st" software could have
accomplished what seems to be big effort task.

> CSS has two parts, disc sector blocking and data encryption. The first
> part, sector blocking, prevents scrambled sectors from even being read =
(in
> scrambled form) from the disc unless an authentication has occured and
> passed. This is why it ispossible to read the video_ts.ifo and
> video_ts.vob files (and sometimes the vts_01_0.ifo file as well) but no=
t
> the other data files (read errors usually occur). The second part,
> encryption, is what protects the VOB data on disc from being intercepte=
d
> between drive and decoder. The data is actually encrypted on disc and =
it
> is transfered from drive to decoder in that form. The decoder has to h=
ave
> CSS decryption ability to be able to play the data.
>=20
> You are right, however, that unencrypted DVDs can be played (for the mo=
st
> part) on standard mpeg2 software decoders. You won't be getting any of
> the features of DVD-Video such as interactive menus, angle changing, an=
d
> subpciture/sub-titles, and you won't be getting sound out of it (assumi=
ng
> AC-3 encoding), but you will see the raw mpeg-2 video stream displayed.
Yeah, thats ok, i said an mpeg2 player. of course everything that is not =
mpeg2 won't be displayed
(and from i have read, it will distort the mpeg2 stream because the mpeg2=
player get confused). =20
> Hope this helped. And welcome to the list. Do you intend on getting a
> dvd drive pretty soon? What about a DVD Decoder card, or are you wanti=
ng
> software decoding instead?

yes, that's the idea, as my cdrom drive is... let's see, venerable... (ar=
gh! old :P), i plan to go
with software decoding, my new p3-450 with 256 meg of ram should be enoug=
h to do that.
Going for a hardware solution now that probably won't be ever supported i=
n linux would be imho a
vert stupid action for me. I always check if the hardware i'm buying is s=
upported in linux.
Any recomendations/"brands-to-avoid" for dvd drives???


Regarding CSS, the CSS algortihm is in the dvd 5$k specs, isn't it?? and =
of course if someone bys
the spec and reveal (or publish source code from) the CSS it would be in =
BIG legal troubles i think.
And appart from a "css-hardware-done" solution", is there any kind of sol=
ution possible to have an
opensource dvd player??? (<DREAM MODE ON> other than if "someone" get his=
dvd specs "strangely"
stolen... and "someone" find them and... "incredibily" the 2nd someone re=
leases the CSS specs to
this group.... </DREAM MODE OFF>)

David MH
------------------------------------------------------
Physics - Universidad Aut=F3noma de Madrid (www.uam.es)
Powered by LinuX 2.2.11
Enlightenment 0.16 CVS

From pvolcko@concentric.net Wed, 18 Aug 1999 10:23:47 -0400 (EDT)
Date: Wed, 18 Aug 1999 10:23:47 -0400 (EDT)
From: pvolcko@concentric.net pvolcko@concentric.net
Subject: [Livid-dev] uh? no ripping? who said that?

> yes, that's the idea, as my cdrom drive is... let's see, venerable...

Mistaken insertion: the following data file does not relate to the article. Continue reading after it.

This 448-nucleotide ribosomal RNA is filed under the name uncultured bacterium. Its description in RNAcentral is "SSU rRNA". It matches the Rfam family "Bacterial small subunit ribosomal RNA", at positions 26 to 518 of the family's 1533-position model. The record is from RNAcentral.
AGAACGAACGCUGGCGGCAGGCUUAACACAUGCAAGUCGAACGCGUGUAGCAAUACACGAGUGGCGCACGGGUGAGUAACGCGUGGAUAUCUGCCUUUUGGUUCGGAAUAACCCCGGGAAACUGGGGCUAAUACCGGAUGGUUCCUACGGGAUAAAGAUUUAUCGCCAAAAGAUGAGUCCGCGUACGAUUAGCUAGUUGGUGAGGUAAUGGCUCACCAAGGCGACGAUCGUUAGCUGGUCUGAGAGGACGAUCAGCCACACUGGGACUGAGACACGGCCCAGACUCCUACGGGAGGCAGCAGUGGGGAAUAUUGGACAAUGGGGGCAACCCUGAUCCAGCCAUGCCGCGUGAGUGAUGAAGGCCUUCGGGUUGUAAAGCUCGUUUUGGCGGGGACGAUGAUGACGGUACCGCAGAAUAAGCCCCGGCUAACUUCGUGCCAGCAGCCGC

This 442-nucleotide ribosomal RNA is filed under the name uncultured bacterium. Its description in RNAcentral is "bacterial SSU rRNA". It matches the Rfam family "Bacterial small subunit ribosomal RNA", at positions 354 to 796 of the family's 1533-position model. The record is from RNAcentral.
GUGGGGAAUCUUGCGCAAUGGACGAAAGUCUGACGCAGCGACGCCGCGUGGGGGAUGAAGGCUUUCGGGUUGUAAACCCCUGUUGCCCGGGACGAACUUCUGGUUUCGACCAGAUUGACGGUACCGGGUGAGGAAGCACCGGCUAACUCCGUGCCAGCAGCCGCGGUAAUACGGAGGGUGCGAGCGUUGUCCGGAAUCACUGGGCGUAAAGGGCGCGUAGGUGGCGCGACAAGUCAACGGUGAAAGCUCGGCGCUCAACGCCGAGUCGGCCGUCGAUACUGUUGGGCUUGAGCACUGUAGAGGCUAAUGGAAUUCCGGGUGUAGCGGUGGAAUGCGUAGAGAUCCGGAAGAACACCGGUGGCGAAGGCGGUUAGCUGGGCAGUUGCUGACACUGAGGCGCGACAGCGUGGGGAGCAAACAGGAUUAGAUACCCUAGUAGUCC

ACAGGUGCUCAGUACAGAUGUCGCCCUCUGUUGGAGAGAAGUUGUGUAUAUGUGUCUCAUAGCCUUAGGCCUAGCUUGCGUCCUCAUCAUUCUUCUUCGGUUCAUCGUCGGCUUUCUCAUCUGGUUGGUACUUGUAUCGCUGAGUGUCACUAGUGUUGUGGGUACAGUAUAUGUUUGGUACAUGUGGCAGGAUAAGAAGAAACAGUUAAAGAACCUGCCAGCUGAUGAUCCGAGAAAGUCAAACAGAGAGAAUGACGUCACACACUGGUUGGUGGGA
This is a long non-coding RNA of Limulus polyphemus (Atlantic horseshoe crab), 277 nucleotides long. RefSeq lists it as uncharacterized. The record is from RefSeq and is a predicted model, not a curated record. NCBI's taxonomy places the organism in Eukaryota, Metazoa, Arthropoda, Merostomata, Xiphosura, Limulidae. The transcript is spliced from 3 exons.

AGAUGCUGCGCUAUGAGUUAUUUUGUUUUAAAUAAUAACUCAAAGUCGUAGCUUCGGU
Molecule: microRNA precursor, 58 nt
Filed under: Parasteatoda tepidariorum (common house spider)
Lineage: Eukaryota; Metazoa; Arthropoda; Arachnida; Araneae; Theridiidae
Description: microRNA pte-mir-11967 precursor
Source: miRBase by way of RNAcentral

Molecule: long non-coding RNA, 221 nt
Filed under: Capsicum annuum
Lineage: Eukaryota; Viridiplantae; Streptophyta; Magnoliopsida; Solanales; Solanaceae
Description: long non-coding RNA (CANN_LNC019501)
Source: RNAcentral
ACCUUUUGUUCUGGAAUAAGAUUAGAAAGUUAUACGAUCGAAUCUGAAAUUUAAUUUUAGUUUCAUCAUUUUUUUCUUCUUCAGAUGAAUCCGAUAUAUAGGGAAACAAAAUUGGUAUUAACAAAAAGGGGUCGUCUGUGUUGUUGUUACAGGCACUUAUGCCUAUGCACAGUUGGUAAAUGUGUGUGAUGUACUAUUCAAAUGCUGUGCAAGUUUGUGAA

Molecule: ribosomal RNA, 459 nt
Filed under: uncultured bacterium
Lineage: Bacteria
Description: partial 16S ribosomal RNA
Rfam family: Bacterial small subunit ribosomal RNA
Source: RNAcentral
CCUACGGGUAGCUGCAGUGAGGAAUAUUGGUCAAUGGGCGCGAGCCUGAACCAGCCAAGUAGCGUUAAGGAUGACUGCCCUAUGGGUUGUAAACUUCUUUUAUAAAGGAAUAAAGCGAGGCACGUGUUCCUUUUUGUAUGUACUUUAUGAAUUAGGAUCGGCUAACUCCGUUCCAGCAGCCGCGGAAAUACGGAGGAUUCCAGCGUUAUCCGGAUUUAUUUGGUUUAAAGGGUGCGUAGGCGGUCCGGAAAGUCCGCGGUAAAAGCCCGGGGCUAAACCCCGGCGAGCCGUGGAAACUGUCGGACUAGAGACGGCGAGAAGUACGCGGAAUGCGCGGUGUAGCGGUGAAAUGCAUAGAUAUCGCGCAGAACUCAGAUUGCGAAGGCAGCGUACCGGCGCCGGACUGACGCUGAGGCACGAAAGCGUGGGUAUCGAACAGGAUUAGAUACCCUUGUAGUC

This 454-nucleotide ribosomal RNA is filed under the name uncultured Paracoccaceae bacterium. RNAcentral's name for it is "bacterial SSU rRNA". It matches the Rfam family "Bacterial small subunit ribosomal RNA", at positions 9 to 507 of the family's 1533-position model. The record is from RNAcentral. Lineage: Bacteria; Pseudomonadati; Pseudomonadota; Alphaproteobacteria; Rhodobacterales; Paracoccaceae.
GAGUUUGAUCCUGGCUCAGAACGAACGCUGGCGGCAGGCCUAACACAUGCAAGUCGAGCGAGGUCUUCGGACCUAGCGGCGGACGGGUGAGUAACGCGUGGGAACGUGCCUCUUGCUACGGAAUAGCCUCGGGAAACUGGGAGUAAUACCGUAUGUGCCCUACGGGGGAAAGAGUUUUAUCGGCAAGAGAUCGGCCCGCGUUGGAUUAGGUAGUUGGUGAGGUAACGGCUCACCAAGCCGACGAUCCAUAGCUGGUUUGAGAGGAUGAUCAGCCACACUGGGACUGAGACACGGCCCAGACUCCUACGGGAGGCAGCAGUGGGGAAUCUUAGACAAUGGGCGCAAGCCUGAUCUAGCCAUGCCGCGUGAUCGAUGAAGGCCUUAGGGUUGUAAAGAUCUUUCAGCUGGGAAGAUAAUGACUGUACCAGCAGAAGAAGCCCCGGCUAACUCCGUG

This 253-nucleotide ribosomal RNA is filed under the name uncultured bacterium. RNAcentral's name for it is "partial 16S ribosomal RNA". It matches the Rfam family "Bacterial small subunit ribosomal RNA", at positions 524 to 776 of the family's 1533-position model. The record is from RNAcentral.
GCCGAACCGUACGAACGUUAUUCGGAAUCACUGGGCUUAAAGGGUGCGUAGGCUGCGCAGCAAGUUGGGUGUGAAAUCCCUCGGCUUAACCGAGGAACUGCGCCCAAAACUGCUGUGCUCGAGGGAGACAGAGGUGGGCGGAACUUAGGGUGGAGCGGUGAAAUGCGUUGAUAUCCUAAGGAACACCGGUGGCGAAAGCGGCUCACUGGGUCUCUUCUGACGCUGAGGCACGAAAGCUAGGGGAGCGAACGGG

> (argh! old :P), i plan to go
> with software decoding, my new p3-450 with 256 meg of ram should be 
> enough to do that.
> Going for a hardware solution now that probably won't be ever supported 
> in linux would be imho a
> vert stupid action for me. I always check if the hardware i'm buying is 
> supported in linux.
> Any recomendations/"brands-to-avoid" for dvd drives???

Well, actually the way things are looking from legal, technical, and a
financial standpoint, it is looking more like software decoding on linux
is a ways off. The reason is that software decoding depends on sending
the unencrypted data to memory and since linux OS code is freely available
and modifyable one could modify it to take those unencrypted blocks and
send them elsewhere besides the video display routines (or audio or
whatever else). In this way CSS is circumventable under the linux os when
software decoding is used. Whether or not this is a strong and valid
argument or not is irrelevant. this is what software decoding based
vendors are thinking and it why there is very little action on that end of
the industry to get their programs on linux. 

That all said, hardware based decoding avoids all of that. As long as the
hardware solution either decodes adn displays via passthrough (sigma
design's method) or via direct hardware connection to the video board
(Matrox G200 daughtboard method) then CSS isn't circumventable.
This assumes decrypted blocks can't be read off the card in any way, which
is a safe bet considering CSS restrictions on the matter.

> Regarding CSS, the CSS algortihm is in the dvd 5$k specs, isn't it?? and 
> of course if someone bys
> the spec and reveal (or publish source code from) the CSS it would be in 
> BIG legal troubles i think.
> And appart from a "css-hardware-done" solution", is there any kind of 
> solution possible to have an
> opensource dvd player??? (<DREAM MODE ON> other than if "someone" get 
> his dvd specs "strangely"
> stolen... and "someone" find them and... "incredibily" the 2nd someone 
> releases the CSS specs to
> this group.... </DREAM MODE OFF>)

No the CSS specs are not part of the DVD-Specs, they are licensed
seperately through Matsushita (at least for the Americas, not sure about
other regions).

As for the open source DVD player, this is unlikely due to the NDA
DVD-Specs are released under. Portions could be opne sourced, for example
the GUI code could be and application logic (not DVD logic). If someone
did this then the dvd logic and decoder interaction logic would have to be
distributed in binary object form (to be legal, assuming they created this
"by the book"). This would allow "skins" for the GUI and freely available
applicaiton control logic, but whoever did this would be "eating" the cost
of getting the DVD-Specs.

Paul Volcko
LSDVD